The Cambridge City Council unanimously passed a resolution Monday praising the public programs of Harvard's Semitic Museum and urging President Neil L. Rudenstine to ensure the continuation of the museum's services to the community.
The resolution states that the University's decision to close the Semitic Museum "will be another in a continuing series of affronts to the people of Cambridge by Harvard University."
Harvard administrators have said that the museum will not close. Rather, they have recommended a reduction in its public exhibitions and a relocation of various collections.
Staff members and others who want to maintain the museum's public programs have said the reduction in exhibitions is tantamount to a closing of the museum, and Councillor Timothy J. Toomey, who presented the resolution to the Council, yesterday agreed.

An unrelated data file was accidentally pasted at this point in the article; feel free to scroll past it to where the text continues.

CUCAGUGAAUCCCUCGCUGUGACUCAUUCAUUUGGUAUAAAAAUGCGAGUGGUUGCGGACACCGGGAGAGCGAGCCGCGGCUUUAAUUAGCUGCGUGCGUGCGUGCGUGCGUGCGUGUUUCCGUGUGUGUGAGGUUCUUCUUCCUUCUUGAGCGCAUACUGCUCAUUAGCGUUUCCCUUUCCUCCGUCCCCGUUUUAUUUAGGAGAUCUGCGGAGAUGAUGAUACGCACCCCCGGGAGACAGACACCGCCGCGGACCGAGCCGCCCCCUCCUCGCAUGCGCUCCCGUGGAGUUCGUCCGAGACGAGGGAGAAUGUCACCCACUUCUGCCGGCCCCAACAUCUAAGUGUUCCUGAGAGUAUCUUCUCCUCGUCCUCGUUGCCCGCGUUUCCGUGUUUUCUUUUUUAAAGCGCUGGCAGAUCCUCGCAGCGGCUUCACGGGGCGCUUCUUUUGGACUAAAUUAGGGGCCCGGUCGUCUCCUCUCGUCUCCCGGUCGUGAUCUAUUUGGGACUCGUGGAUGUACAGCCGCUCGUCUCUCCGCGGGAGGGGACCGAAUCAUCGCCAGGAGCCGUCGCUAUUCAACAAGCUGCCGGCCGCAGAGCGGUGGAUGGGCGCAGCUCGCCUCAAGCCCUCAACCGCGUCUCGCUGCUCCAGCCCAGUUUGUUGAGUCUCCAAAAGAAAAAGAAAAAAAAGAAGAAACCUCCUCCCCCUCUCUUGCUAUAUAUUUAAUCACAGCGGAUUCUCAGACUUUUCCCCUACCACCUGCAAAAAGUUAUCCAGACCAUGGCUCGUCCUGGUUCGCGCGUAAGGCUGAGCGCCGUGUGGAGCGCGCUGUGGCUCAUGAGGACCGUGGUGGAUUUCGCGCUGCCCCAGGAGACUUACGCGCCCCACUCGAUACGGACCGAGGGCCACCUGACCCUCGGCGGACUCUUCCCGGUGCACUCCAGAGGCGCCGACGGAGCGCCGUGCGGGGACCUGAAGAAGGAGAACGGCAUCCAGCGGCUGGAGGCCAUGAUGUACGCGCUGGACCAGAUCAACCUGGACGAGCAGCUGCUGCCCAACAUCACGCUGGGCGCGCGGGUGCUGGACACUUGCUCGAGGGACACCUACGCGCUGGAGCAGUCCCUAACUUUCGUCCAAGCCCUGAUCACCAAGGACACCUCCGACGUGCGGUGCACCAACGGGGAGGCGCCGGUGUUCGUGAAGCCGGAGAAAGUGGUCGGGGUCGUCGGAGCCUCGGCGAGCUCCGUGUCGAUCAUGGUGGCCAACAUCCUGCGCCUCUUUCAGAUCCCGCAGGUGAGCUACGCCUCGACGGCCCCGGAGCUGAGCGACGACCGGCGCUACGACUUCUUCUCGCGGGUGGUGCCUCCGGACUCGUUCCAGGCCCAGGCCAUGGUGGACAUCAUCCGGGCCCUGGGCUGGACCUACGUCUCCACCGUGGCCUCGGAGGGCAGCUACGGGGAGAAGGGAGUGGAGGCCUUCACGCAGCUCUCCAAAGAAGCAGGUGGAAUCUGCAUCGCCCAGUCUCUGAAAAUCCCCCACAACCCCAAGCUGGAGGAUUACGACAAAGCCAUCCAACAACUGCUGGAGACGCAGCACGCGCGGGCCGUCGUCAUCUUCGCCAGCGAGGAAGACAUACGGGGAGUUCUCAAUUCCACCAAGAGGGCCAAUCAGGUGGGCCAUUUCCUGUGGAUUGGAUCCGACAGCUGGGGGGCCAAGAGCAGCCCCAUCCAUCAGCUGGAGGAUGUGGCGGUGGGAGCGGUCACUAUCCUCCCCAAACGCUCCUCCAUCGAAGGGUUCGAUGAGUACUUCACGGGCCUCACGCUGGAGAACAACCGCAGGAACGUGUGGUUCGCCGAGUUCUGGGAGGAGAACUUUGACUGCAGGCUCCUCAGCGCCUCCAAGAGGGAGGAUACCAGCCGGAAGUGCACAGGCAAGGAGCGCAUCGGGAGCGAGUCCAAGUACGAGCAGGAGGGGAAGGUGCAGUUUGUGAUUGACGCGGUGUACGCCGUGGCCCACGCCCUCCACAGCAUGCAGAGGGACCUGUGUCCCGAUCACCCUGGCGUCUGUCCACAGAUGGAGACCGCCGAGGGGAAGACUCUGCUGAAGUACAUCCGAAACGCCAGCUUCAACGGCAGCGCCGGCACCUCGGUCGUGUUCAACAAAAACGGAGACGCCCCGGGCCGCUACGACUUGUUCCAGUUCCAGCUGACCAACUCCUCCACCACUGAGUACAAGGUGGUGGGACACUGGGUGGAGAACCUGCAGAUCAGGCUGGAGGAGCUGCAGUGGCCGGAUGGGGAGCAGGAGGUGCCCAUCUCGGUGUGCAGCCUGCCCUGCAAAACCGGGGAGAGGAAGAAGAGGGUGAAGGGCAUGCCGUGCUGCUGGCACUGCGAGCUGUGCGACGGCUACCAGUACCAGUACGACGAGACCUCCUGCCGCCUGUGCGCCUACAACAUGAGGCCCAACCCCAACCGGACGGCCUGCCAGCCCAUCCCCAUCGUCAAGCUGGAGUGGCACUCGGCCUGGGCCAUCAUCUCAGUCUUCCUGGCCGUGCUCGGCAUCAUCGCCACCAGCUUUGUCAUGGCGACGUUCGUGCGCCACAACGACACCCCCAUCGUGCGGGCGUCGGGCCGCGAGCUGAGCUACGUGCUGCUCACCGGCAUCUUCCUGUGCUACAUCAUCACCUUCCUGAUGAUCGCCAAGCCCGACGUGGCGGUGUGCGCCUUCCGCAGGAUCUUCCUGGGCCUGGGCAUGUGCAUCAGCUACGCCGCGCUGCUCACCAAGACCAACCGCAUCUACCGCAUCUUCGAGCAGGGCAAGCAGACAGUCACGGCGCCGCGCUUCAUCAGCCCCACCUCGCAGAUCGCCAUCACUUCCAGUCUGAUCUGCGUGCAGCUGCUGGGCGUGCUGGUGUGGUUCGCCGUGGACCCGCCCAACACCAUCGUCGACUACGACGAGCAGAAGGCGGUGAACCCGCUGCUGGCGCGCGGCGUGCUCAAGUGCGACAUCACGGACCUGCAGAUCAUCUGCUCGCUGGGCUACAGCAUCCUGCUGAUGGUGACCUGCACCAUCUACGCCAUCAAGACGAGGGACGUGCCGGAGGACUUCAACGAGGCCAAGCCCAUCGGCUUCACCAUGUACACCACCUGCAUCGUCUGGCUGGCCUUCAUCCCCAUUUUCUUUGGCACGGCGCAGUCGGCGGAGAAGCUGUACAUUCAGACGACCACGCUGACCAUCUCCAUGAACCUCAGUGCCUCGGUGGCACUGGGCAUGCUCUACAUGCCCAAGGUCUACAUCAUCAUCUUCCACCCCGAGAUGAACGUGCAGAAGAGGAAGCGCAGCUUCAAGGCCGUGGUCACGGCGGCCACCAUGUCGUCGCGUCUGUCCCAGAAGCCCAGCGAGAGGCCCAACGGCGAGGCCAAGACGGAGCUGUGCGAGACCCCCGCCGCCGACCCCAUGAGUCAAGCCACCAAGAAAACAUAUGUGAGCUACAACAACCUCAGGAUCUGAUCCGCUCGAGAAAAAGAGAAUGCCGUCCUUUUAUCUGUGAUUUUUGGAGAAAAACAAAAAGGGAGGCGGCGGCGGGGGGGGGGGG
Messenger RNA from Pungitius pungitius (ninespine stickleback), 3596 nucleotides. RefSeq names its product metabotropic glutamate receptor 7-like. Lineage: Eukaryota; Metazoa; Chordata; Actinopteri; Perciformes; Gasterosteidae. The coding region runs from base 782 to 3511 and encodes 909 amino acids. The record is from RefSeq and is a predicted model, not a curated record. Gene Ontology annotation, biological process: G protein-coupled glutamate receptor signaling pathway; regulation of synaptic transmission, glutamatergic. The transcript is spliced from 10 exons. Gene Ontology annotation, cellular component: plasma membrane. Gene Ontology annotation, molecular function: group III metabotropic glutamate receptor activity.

"It could be, for all intents and purposes, closed if it has been restricted to faculty research," Toomey said last night. "It has cut what the museum has to offer."
A recent report by a faculty advisory committee redefined the mission of the Semitic Museum to focus more on the academic needs of Harvard's faculty and students. Following the report's recommendations, Dean of the Faculty Jeremy R. Knowles fired ten museum staff members.
Toomey said the museum has "It fosters a greater understanding ofdifferent peoples," Toomey said. "Perhaps weshould have done a better job in letting peopleknow it's there.
"It fosters a greater understanding ofdifferent peoples," Toomey said. "Perhaps weshould have done a better job in letting peopleknow it's there.
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